Date: November 2017
About: Airbnb, and others, increasingly mirror the operational model of professionally managed accommodation providers through offering tailored services, distinguishing between different grades of lodging, providing guarantees on its listings’ quality, as well as progressively eliminating private individual amateurs from the supply chain.
Meanwhile, the big hotel chains have responded to the challenge of the ‘sharing economy’ by acquiring operators in the sector or through issuing new brands and concepts which attempt to appeal to the supposed tastes of millennial customers through offering ‘local’ experiences to guests.
Sections include: Airbnb & the Sharing Economy, Other Forms of Alternative Lodging, Increasing Regulation of Rentals and Sharing Economy Impact on the Hotel Industry.
The Report covers Europe & the USA.
Cost: The full price of the report is £1195 plus VAT, however, HDE (Hotel Distribution Event) delegates, Hotel Analyst subscribers and registered THPT clients pay just £995 + VAT.
Size: 99 pages. a 27 page PDF sample is available free.
THPT Comment: This very respected journal reports fab news on hotel transaction globally (a must have for THPT!) and thus their reports and conferences/events are taken in high regard.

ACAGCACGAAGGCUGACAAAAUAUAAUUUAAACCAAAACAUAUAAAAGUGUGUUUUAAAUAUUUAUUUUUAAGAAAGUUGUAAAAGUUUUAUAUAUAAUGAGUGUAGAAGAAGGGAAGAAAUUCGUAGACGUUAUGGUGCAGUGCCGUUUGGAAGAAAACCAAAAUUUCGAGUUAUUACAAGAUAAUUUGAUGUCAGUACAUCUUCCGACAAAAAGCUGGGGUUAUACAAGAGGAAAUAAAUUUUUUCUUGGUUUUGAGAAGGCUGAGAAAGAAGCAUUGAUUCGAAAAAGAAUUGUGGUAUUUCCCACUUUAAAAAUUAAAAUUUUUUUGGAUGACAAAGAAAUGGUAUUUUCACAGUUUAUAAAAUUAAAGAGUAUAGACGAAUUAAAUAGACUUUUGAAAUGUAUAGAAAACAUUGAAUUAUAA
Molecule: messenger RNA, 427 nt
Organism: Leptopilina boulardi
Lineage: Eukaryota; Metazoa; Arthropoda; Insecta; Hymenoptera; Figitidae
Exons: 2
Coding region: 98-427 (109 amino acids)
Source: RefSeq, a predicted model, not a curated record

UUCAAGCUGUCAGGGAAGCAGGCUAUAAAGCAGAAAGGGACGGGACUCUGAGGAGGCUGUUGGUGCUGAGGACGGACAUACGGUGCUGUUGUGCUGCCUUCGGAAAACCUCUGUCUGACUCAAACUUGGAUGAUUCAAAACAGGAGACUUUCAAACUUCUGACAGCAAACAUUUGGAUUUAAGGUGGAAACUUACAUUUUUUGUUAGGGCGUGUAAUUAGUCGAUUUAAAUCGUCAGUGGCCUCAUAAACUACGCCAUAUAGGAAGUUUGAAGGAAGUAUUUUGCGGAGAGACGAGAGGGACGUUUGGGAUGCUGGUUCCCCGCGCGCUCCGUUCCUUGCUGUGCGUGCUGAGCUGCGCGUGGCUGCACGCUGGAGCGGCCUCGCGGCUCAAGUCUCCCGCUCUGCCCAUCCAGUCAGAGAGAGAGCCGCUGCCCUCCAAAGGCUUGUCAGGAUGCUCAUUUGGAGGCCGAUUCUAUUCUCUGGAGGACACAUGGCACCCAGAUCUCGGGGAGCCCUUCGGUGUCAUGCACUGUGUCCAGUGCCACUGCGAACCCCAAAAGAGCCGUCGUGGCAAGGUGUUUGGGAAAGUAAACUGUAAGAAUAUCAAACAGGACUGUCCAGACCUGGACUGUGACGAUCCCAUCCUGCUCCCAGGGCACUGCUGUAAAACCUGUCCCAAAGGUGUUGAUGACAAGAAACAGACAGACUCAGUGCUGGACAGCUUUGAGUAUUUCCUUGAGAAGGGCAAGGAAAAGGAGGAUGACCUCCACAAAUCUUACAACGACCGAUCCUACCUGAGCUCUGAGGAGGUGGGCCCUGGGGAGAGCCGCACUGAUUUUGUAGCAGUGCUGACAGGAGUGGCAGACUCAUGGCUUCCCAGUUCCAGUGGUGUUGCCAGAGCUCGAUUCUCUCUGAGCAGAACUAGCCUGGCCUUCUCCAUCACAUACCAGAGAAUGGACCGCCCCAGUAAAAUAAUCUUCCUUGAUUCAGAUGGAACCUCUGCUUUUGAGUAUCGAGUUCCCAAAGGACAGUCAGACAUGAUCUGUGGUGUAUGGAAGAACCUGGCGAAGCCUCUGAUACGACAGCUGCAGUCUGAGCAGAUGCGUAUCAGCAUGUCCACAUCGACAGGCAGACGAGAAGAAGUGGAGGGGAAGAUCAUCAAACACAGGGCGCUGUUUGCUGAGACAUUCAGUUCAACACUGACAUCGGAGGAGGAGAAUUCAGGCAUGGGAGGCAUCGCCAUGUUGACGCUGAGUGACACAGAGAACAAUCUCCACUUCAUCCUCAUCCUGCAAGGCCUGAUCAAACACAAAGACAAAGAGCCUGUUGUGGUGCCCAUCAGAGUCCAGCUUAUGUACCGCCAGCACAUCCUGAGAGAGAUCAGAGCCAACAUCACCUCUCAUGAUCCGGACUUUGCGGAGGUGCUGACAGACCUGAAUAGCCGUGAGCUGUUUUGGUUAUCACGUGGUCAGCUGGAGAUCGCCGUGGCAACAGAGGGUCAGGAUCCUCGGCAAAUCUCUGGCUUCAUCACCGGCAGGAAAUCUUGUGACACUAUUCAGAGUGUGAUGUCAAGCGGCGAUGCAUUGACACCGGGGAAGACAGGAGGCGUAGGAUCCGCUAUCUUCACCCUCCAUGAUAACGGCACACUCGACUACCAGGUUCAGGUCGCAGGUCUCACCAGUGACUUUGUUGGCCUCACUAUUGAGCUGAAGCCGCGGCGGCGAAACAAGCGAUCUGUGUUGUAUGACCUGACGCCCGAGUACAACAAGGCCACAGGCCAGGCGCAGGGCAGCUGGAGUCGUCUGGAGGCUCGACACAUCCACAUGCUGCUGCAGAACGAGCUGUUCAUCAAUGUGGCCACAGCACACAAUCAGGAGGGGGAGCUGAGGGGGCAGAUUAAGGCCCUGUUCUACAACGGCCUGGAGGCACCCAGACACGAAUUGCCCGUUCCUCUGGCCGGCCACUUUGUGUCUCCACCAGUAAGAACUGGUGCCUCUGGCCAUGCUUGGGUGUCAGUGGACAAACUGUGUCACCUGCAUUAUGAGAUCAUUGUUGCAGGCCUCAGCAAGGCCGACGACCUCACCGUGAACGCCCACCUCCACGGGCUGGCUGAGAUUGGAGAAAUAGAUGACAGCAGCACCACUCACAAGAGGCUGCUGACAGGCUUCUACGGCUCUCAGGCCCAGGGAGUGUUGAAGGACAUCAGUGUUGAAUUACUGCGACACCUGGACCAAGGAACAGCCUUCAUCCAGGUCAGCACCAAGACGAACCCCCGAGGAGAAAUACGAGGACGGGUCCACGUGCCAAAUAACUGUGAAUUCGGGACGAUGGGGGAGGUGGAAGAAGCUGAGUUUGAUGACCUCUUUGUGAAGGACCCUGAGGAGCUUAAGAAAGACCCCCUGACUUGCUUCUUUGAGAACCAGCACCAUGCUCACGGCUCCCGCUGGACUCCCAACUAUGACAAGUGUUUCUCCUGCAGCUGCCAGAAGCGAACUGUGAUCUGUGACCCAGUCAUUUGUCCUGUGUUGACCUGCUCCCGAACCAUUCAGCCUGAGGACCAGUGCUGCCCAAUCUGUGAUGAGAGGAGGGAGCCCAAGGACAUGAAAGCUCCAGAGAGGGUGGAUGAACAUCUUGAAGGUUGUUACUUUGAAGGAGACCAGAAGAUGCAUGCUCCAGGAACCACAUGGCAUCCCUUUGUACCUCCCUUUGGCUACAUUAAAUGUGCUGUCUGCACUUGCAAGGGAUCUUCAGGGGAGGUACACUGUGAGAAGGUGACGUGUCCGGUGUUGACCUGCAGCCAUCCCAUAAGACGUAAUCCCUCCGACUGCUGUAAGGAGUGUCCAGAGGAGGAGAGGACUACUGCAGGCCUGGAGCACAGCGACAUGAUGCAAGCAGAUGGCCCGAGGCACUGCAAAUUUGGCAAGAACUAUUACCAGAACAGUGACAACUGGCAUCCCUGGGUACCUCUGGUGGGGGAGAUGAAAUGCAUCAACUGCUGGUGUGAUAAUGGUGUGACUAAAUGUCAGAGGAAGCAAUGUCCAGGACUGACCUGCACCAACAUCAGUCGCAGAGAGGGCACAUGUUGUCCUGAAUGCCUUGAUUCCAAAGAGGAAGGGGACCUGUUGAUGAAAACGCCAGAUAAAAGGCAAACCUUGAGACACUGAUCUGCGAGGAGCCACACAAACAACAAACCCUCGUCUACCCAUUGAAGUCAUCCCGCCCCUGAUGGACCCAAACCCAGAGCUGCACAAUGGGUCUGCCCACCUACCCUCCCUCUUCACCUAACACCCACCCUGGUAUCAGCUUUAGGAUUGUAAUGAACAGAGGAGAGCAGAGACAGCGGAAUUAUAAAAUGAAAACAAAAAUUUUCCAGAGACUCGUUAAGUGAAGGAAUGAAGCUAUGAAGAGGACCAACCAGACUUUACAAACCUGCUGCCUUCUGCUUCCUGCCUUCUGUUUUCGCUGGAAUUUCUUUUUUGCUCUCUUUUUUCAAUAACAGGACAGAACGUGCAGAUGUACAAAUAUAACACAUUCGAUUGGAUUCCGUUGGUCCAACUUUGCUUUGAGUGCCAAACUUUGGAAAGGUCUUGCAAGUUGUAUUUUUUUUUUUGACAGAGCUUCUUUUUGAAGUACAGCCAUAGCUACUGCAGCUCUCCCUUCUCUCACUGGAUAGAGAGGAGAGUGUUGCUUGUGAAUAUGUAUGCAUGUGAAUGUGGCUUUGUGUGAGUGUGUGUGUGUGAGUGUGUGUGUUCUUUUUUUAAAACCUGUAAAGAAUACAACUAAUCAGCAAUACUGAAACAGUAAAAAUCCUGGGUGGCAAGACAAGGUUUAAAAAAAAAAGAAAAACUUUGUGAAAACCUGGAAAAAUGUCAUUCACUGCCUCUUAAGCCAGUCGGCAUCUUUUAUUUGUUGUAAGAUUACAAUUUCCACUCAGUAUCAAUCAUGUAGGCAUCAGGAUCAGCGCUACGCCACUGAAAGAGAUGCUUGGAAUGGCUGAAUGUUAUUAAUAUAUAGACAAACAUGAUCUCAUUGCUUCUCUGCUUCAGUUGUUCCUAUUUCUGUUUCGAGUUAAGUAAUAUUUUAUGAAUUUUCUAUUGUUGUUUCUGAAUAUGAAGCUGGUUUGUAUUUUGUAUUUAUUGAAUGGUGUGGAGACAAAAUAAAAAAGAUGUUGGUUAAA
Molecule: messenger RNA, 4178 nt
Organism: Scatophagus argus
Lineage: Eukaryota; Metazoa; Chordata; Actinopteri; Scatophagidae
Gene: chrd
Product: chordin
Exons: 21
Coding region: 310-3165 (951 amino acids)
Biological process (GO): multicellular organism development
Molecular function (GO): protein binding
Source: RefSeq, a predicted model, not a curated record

Get a Copy: from Sarah Sangster at Hotel Analyst, or via THPT
Tourists are mostly motivated to book Airbnb accommodation because of its low cost,
convenient location, and household amenities. They are generally less motivated by the
opportunity to interact with the host or other locals, or by the promise of an ‘authentic, local
This interesting finding tend to debunk Airbnb’s marketing efforts and general
impressions retained throughout the hospitality industry, which emphasise the service’s
61% chose Airbnb as a substitute for a budget or mid-range hotel;
26% indicated that staying with Airbnb led them to increase the length of their trip;
70% stayed in an “entire home” rather than in “shared accommodation” together with a host;
89% were “satisfied” or “very satisfied” with their most recent Airbnb stay, and 91% were
“likely” or “very likely” to recommend Airbnb to others; and
62% indicated that they were “very likely” to use Airbnb again within the following year,
compared to just 26% who indicated that it was “very likely” they would book a hotel room
within the following year.
Follow-Up: Since announcing this report, Hotel Management issued a story Nov 14th 2017 – “Global cities tighten grip around Airbnb sprawl” highlighting that cities such as Paris, Barcelona, London, The Balearics and Amsterdam are all bringing in regulations that will have an effect on Airbnb and others.